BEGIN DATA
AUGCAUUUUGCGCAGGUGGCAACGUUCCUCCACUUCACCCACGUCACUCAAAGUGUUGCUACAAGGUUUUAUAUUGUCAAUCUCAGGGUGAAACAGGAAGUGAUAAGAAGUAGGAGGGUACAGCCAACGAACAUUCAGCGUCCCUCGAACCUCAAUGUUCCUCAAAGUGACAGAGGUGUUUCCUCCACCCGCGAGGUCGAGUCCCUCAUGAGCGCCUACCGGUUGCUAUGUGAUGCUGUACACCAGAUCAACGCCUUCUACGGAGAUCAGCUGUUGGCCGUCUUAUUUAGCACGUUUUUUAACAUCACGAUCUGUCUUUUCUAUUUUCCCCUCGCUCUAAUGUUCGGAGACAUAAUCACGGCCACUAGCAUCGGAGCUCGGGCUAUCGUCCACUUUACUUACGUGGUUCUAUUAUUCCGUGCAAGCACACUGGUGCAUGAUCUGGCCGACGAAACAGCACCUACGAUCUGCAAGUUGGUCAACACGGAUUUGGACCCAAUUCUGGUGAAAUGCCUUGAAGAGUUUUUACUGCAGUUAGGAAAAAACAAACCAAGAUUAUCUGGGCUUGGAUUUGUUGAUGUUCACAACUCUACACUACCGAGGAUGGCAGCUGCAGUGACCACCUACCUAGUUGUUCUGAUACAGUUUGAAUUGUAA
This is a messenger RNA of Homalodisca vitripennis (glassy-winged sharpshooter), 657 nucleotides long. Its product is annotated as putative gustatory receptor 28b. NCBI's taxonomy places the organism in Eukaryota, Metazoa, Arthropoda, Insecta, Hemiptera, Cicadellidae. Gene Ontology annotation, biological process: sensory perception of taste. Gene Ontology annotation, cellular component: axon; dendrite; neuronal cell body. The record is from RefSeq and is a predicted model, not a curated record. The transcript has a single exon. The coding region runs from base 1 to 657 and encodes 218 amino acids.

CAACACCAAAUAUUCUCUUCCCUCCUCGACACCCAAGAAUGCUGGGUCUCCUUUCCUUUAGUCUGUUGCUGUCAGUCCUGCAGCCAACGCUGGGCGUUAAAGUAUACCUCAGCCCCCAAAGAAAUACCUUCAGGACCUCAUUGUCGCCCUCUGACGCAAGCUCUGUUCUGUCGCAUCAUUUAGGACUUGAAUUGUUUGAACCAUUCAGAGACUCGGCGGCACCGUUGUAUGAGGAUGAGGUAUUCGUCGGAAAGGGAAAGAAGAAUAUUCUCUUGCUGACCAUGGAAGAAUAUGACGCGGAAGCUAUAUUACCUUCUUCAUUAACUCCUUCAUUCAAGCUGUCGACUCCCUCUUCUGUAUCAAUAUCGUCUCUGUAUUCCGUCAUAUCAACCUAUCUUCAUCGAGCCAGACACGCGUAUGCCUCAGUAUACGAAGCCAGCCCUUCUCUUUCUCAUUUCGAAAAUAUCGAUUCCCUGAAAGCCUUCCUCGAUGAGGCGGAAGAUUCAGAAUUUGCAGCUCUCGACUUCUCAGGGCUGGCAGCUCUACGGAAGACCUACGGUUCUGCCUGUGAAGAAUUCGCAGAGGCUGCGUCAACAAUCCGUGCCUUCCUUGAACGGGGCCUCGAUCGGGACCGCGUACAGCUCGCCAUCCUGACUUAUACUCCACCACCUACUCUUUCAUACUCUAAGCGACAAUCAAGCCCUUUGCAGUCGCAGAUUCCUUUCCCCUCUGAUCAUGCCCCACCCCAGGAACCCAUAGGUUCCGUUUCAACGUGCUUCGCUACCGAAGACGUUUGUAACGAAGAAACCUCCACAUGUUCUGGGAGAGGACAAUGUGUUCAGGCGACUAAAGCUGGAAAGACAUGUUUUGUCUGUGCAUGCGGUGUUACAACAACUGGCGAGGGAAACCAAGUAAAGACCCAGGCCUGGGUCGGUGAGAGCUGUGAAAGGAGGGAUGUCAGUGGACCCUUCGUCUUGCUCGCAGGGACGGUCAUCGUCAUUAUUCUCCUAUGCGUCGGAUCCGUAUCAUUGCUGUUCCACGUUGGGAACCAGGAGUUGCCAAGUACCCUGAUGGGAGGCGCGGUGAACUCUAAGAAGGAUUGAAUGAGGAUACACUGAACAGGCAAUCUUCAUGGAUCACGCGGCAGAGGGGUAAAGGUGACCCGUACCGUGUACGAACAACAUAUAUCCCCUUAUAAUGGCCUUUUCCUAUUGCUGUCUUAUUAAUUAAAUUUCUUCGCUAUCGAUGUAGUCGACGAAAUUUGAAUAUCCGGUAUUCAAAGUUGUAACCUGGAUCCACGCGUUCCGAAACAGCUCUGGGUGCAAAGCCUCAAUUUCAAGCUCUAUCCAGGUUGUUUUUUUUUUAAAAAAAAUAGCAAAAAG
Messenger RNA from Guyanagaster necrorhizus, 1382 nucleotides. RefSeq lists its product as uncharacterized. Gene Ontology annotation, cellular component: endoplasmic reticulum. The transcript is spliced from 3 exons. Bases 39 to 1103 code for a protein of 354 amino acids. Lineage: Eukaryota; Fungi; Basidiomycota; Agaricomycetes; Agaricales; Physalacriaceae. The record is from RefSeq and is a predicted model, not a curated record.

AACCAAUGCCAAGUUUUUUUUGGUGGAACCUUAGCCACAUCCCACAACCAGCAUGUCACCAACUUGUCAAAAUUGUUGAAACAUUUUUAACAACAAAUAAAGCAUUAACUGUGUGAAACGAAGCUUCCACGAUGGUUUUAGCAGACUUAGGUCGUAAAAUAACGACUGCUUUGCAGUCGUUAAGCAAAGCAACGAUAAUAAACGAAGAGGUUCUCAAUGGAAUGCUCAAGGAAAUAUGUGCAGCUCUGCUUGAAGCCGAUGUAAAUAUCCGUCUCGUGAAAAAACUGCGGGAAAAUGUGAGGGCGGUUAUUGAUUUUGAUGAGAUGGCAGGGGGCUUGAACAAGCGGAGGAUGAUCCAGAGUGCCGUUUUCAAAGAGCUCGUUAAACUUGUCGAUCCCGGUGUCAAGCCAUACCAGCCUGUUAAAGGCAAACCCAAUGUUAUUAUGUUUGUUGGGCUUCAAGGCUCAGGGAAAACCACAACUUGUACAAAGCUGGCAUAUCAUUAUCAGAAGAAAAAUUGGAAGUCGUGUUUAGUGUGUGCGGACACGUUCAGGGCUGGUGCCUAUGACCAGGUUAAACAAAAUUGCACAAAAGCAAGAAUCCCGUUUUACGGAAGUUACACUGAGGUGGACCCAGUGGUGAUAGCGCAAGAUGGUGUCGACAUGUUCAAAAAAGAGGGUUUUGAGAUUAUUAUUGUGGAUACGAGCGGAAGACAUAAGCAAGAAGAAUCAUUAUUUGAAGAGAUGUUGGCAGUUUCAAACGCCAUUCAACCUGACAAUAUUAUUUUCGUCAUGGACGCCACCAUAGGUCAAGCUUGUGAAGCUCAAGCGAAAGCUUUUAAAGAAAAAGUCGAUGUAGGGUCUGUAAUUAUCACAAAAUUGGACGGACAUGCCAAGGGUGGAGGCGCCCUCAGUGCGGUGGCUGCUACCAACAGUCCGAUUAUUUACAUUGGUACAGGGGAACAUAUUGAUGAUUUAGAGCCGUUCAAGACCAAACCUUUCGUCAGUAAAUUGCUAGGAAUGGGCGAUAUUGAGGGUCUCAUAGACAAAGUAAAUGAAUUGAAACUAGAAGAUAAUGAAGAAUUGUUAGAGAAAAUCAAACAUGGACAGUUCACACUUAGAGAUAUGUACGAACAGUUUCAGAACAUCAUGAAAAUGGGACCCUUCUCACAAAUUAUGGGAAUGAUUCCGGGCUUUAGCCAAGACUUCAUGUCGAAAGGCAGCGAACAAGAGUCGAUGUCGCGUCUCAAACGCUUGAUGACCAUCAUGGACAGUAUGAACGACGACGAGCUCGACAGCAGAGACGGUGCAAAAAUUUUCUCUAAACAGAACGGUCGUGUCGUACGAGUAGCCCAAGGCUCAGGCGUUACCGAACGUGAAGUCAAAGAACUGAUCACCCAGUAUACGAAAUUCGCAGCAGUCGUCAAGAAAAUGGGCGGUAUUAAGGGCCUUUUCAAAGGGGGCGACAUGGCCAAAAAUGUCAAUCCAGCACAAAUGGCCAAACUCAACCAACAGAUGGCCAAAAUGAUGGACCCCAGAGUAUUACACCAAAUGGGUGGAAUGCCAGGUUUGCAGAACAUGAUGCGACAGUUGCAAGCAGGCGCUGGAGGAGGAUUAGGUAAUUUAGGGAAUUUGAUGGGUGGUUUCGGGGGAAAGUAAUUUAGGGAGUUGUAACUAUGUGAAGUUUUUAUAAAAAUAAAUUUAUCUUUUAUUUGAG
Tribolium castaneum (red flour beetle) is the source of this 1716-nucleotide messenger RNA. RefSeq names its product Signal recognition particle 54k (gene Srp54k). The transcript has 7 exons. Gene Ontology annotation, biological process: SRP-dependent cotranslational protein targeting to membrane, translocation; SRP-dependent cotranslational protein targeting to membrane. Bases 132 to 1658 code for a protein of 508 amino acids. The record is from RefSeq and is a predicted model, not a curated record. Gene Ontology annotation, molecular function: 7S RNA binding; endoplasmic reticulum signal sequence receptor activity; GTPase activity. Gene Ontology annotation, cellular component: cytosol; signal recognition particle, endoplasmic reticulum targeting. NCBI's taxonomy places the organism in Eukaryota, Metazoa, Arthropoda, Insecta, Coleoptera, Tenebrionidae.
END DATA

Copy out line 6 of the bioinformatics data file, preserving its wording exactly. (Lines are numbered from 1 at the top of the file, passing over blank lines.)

Tribolium castaneum (red flour beetle) is the source of this 1716-nucleotide messenger RNA. RefSeq names its product Signal recognition particle 54k (gene Srp54k). The transcript has 7 exons. Gene Ontology annotation, biological process: SRP-dependent cotranslational protein targeting to membrane, translocation; SRP-dependent cotranslational protein targeting to membrane. Bases 132 to 1658 code for a protein of 508 amino acids. The record is from RefSeq and is a predicted model, not a curated record. Gene Ontology annotation, molecular function: 7S RNA binding; endoplasmic reticulum signal sequence receptor activity; GTPase activity. Gene Ontology annotation, cellular component: cytosol; signal recognition particle, endoplasmic reticulum targeting. NCBI's taxonomy places the organism in Eukaryota, Metazoa, Arthropoda, Insecta, Coleoptera, Tenebrionidae.